Women in Turkey continue earning less than men, a new survey shows. The Turkish Statistical Institute (TurkStat) revealed the findings of the 2018 Structure of Earnings survey on Tuesday and said the estimated annual average gross earnings for men was TL 50,297 while it was TL 46,208 for women. The average earning for employee of any gender was TL 49,001.
The most recent findings of the survey carried out every four years was TL 55,633 for men and TL 45,483 for women who had high education levels, such as university graduates and those who pursued postgraduate studies.
Turkey, like the rest of the world, strives to close the pay gap between men and women, as well as including more women into the workforce. The Gender Parity report by the World Economic Forum (WEF) for 2019 said women need to wait 257 years to accomplish full equality in economic participation. According to the WEF report, only 55% of adult women are in the labor market, versus 78% of men, while over 40% of the wage gap – the ratio of the wage of a woman to that of a man in a similar position – and over 50% of the income gap – the ratio of the total wage and non-wage income of women to that of men – are still to be bridged.
The TurkStat survey said the earnings of employees demonstrated an increase as the level of educational attainment advanced. The highest earnings were obtained in the group of employees with higher education, specified as university degrees and higher. It was TL 78,041 for men and TL 62,051 for women in that group.
The highest-paid sectors were the information and communications sector according to TurkStat, with annual average gross earnings of TL 100,467. It was followed by the finance and insurance sectors. The lowest-earning jobs were in the accommodation and food services sector, at TL 35,172, followed with support services.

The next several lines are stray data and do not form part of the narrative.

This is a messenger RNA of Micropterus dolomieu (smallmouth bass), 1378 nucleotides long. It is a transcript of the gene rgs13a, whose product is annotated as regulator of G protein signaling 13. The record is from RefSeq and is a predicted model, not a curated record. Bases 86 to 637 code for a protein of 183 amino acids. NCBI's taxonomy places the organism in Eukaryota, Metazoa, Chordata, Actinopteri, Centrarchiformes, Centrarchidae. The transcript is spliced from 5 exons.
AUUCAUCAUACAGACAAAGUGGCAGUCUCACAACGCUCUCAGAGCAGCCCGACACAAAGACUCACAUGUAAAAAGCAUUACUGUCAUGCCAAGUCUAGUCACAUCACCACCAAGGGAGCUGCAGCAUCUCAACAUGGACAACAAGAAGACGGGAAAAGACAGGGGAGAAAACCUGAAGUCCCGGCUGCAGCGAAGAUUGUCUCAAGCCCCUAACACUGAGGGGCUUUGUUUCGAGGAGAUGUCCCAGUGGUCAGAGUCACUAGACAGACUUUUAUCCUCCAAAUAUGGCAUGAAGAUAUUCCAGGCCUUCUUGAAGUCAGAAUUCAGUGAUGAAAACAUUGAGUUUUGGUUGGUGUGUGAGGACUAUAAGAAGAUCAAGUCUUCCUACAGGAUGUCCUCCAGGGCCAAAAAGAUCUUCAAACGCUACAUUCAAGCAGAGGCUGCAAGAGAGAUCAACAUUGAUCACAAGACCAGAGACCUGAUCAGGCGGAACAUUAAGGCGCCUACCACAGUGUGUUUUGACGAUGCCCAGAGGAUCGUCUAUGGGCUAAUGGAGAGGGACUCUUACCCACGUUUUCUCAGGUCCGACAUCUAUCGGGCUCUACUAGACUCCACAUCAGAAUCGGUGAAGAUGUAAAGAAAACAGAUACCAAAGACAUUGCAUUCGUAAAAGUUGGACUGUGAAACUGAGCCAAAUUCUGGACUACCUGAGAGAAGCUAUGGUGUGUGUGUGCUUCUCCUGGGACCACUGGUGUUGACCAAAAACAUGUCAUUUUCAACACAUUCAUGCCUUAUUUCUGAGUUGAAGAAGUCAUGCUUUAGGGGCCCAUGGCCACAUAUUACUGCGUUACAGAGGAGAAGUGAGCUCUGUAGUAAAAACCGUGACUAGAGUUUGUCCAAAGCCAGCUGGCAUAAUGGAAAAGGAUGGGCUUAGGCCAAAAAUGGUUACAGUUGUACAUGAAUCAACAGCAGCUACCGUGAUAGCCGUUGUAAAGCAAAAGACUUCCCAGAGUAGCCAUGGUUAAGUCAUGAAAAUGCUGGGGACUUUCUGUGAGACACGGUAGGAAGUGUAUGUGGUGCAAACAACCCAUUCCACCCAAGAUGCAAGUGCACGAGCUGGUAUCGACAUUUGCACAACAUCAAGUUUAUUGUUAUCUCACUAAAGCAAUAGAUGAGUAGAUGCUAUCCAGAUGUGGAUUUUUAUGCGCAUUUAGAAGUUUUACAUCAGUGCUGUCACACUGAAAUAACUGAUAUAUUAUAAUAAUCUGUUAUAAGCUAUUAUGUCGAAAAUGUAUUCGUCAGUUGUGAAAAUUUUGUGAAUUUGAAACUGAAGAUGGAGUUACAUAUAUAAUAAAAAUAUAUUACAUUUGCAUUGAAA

The survey was carried out in 16,674 workplaces. TurkStat said women made up 31.7% of employees in economic activities.
Gender equality and affirmative action for women are high on the government's agenda. In his party's manifesto ahead of the June 24 elections, President Recep Tayyip Erdoğan pledged to end "every tradition of the age of ignorance targeting women."
The Ministry of Family and Social Justice already works to empower women with projects to improve gender equality for women, which have lagged behind men in every field, courtesy of a patriarchal mindset.
In recent years, the government rolled out a series of incentives for working women, from longer maternity leaves to financial support for daycare needs, as well as payments to grandparents caring for their grandchildren who have working parents.
The government set the bar higher to increase the employment rate to at least 41% in the near future and decrease illegal labor by women to at most 30%. As for female entrepreneurs, the government plans to extend loans to more women willing to set up their own business. Women are already provided up to TL 50,000 in loans.
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